Tuesday, 8 July 2014

Wellies large and large wellies small


Now , what am I looking for.

Ya ware them in the rain, and ya ware them in the snow,
Ya ware them in the mud, and everywhere you go,
Ya keep them in the car, in case of floods you never know,
Ya can’t do without them, left behind it is a blow,

And what I’m looking for, my WELLIES high and low

Owd Fred



Ode to a Welly

My wellies your wellies and kids wellies too,
Clean wellies dirty wellies some there full of pooh,
New wellies old wellies some with holes right through,
Country wellies town wellies, a big long rubber shoe,
Shiny wellies dull wellies and coloured wellies new,
Chewed wellies torn wellies, on the bonfire threw,
Smelly wellies pongy wellies some we have out grew
Wellies we can’t do without, often must renew.

Owd Fred


Wellies large and large wellies small

Wellies large and large wellies small, of sizes there are many
Some are black some are green, and they cost a pretty penny,
Some are painted in bright colours, but still ya feet they smell,
Trample through the mud and ditches, through the house as well.

The kids they have them round the farm, they hold the water in,
Walking out through deep puddles, wet through to the skin,
How much water they will hold, and your feet an-all,
Tip them out on the door mat, make mother shout and bawl.

Owd Fred




Chips or should I say Fish and Chips (Fries)

Chips or should I say Fish and Chips (Fries) always used to be about the only take away food bought and taken home to eat in the UK.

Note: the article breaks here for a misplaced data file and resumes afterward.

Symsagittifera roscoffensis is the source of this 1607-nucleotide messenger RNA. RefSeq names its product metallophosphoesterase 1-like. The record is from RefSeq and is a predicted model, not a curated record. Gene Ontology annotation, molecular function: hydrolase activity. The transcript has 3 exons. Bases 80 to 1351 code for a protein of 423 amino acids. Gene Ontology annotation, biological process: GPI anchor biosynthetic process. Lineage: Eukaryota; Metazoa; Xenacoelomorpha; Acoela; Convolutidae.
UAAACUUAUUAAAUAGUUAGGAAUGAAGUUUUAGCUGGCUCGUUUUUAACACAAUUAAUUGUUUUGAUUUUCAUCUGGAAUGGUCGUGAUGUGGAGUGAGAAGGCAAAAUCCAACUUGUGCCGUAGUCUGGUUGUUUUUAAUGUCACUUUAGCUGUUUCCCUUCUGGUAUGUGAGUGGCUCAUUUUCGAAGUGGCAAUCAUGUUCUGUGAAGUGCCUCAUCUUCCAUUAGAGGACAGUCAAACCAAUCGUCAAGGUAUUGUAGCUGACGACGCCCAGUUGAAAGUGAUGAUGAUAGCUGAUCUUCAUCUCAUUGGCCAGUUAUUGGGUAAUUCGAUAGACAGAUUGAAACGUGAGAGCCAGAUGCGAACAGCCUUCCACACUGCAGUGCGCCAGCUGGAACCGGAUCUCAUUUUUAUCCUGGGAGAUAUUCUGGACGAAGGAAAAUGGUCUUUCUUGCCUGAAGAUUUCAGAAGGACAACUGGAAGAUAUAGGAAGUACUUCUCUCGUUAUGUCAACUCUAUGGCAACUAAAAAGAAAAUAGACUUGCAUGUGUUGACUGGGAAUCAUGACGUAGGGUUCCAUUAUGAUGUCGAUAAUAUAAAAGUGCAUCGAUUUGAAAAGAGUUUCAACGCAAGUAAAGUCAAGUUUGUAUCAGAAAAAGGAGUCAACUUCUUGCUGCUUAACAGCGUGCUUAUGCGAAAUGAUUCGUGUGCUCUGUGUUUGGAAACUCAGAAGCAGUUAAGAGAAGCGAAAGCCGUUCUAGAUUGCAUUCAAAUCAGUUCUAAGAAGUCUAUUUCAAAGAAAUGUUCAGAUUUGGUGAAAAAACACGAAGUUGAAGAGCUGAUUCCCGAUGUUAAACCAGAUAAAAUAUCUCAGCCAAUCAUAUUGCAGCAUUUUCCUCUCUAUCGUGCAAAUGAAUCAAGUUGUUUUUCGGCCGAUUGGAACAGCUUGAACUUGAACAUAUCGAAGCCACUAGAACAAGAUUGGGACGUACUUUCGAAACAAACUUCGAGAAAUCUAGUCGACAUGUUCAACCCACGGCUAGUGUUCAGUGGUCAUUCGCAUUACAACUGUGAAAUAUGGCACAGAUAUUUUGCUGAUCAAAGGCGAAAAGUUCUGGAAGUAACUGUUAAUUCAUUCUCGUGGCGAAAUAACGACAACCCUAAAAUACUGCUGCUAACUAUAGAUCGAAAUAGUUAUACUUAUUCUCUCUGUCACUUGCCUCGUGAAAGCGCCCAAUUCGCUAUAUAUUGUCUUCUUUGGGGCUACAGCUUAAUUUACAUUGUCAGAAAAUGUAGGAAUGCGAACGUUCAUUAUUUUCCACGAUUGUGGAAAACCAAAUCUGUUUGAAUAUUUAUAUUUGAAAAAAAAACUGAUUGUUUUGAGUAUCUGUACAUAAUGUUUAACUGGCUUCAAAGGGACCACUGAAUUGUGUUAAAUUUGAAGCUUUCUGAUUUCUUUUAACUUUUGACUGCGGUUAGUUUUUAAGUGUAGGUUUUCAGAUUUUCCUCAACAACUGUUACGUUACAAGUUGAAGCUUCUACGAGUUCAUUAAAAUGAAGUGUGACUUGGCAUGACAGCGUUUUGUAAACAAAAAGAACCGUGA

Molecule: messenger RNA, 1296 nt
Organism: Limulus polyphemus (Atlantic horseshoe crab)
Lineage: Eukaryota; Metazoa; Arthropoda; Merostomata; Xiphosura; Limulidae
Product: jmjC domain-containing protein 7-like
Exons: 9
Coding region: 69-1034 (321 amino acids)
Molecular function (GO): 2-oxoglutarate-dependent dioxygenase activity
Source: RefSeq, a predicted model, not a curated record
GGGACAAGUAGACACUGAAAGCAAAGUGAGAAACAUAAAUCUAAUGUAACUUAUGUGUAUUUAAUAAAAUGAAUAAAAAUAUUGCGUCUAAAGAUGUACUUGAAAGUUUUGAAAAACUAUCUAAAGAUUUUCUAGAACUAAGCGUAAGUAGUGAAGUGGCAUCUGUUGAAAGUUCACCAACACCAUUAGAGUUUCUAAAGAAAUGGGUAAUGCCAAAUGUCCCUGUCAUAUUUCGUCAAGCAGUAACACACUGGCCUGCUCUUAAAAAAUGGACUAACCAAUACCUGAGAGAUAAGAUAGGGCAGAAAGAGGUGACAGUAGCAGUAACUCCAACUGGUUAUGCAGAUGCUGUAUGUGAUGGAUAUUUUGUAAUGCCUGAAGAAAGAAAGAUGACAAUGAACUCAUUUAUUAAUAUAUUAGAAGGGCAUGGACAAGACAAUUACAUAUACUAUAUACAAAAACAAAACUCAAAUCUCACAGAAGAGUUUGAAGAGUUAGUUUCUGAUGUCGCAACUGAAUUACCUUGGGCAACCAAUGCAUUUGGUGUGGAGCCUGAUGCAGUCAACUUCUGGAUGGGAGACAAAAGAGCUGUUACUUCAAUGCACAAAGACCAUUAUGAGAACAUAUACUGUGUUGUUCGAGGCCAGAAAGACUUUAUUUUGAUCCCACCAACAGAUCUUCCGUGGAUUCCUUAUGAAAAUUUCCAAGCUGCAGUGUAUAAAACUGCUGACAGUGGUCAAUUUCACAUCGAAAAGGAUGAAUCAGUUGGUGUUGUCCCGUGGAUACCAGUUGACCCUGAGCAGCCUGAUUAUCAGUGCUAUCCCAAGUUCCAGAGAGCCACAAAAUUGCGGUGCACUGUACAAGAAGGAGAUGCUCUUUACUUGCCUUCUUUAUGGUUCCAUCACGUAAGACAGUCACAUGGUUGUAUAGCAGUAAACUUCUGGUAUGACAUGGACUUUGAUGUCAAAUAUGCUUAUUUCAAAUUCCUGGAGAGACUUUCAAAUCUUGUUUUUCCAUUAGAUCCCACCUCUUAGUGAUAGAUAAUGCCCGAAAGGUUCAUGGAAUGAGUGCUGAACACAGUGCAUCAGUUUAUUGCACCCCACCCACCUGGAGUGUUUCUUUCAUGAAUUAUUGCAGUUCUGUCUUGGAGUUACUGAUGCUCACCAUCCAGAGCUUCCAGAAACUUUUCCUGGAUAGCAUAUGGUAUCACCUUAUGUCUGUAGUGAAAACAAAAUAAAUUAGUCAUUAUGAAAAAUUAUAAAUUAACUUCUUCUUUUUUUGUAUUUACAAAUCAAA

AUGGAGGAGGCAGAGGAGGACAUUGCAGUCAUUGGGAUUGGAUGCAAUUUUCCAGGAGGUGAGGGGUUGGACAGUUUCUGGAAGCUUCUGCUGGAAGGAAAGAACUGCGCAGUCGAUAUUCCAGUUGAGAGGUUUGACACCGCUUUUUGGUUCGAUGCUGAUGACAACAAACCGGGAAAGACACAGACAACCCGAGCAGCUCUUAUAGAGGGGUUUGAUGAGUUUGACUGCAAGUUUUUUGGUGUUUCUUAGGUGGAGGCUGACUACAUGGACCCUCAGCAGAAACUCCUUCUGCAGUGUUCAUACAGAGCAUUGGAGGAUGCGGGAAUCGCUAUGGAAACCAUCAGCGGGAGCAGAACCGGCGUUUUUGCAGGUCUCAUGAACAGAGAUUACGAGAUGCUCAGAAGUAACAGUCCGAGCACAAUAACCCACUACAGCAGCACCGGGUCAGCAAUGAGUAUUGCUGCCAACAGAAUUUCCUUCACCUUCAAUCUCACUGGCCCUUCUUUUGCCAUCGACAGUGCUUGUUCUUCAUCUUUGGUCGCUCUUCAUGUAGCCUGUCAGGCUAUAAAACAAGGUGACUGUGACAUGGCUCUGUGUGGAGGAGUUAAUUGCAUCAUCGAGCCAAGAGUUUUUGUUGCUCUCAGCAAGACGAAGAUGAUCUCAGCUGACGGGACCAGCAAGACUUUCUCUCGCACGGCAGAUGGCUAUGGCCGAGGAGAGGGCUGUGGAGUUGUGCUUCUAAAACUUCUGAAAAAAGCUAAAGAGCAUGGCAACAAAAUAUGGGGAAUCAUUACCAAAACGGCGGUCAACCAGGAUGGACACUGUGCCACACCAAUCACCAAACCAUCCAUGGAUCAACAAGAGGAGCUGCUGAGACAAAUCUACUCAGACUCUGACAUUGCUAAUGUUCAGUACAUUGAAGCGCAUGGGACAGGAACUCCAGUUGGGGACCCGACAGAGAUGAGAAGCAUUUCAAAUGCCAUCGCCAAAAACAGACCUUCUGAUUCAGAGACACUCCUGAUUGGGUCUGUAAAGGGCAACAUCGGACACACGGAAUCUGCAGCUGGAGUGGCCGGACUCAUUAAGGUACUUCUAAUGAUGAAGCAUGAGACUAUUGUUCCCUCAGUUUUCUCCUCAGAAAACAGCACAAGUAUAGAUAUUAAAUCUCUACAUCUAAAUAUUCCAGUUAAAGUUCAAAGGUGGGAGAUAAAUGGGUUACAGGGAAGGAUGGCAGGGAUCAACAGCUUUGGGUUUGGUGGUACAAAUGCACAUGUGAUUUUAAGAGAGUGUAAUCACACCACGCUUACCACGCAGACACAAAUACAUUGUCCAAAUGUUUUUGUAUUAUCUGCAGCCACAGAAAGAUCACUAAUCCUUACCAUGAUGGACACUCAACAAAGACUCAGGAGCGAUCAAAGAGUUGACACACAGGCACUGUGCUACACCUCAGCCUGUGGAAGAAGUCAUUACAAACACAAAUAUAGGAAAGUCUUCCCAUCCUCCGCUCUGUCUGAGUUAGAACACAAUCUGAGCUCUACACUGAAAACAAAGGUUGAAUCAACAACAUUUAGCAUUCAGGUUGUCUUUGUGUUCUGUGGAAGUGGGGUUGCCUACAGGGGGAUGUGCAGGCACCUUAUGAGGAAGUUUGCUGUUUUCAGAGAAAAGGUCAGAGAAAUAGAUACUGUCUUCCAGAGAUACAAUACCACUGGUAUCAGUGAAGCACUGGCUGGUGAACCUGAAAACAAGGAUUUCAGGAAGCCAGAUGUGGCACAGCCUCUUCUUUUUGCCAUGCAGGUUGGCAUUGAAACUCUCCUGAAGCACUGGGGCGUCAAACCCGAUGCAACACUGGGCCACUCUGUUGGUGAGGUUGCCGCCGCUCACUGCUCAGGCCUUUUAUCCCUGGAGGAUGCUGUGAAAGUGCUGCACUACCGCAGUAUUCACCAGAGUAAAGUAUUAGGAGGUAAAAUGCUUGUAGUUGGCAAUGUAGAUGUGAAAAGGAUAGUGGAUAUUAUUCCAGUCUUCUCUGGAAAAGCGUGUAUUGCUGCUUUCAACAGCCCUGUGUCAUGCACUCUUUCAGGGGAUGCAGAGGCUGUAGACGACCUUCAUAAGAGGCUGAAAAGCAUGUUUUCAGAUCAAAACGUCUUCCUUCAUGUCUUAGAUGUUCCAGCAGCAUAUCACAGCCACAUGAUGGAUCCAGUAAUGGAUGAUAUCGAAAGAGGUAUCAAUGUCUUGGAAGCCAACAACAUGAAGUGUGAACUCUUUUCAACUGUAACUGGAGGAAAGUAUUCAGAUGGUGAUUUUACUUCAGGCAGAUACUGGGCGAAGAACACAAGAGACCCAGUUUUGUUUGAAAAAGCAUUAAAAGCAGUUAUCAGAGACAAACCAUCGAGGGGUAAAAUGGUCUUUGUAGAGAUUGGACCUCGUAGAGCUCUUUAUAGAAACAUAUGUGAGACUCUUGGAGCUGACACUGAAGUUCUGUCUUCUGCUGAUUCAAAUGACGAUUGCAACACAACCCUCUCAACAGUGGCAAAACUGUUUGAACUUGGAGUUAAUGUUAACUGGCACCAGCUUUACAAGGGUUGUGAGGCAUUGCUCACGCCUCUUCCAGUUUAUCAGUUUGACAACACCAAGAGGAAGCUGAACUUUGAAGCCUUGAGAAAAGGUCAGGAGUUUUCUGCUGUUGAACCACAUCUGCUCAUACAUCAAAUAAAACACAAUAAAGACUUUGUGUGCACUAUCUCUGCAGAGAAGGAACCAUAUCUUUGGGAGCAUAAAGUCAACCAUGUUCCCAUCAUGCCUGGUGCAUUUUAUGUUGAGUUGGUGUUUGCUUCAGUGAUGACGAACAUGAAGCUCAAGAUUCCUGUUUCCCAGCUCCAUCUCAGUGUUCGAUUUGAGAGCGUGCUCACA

My first recollections (1945) of this first convenience food was of a mobile Fish and Chip shop that travelled around the countryside villages and would come one evening a week into our village, sounding his horn or claxton as he arrived near the houses.
There was always chip shops in town but out where we lived we did not always get the chance to travel into town to collect such a meal, and not only that when we got it back it would be going cold. For most folk it would mean a bike ride into town and eat ya chips on the hoof out side, it was the taking home bit for the family that did not work
The traveling Chip Shop would call at our farm house every week then continue on into the cluster  perhaps ten or fifteen houses and cottages, and calling at all outlying houses that had a regular order for him. 
On the road before he set off from us he would put another shovel full of coal onto his stove fire, and a trail of black smoke followed him up the road just like a small steam locomotive.
When I look back now, the elf and safety officers would nail him in an instant, but back then there was none, and driving about with five gallons of boiling fat in an almost open vat with a fire underneath seems a very dangerous occupation, to my knowledge he always stopped gently and no one ever forced him into a ditch.
This food was always served up in newspaper, with a bit of grease proof paper directly under the chips, other wise the printers ink would soak onto the chips, also if required there would be mushy peas, a good couple of spoonfuls along with salt and vinegar, which you could apply yourself. The peas would be in a big pot with boiling water underneath and cooked until the peas became a mush, almost like thick green custard, sommat ya could stand a spoon upright in without it falling over.  If you look at the following video, they serve up mushy peas.   





There is a spoof video about fish and chips depicting Yorkshire folk and in their broad Yorkshire dialect, I dunt know if folk futher afield from Yorkshire and the North Midlands would know what they are saying but this is it , its about airline food.




Come to think of it, the misses and I have never flown together, seems the Yorkshire Airlines are a good airline to go with. ???  Please advise us  !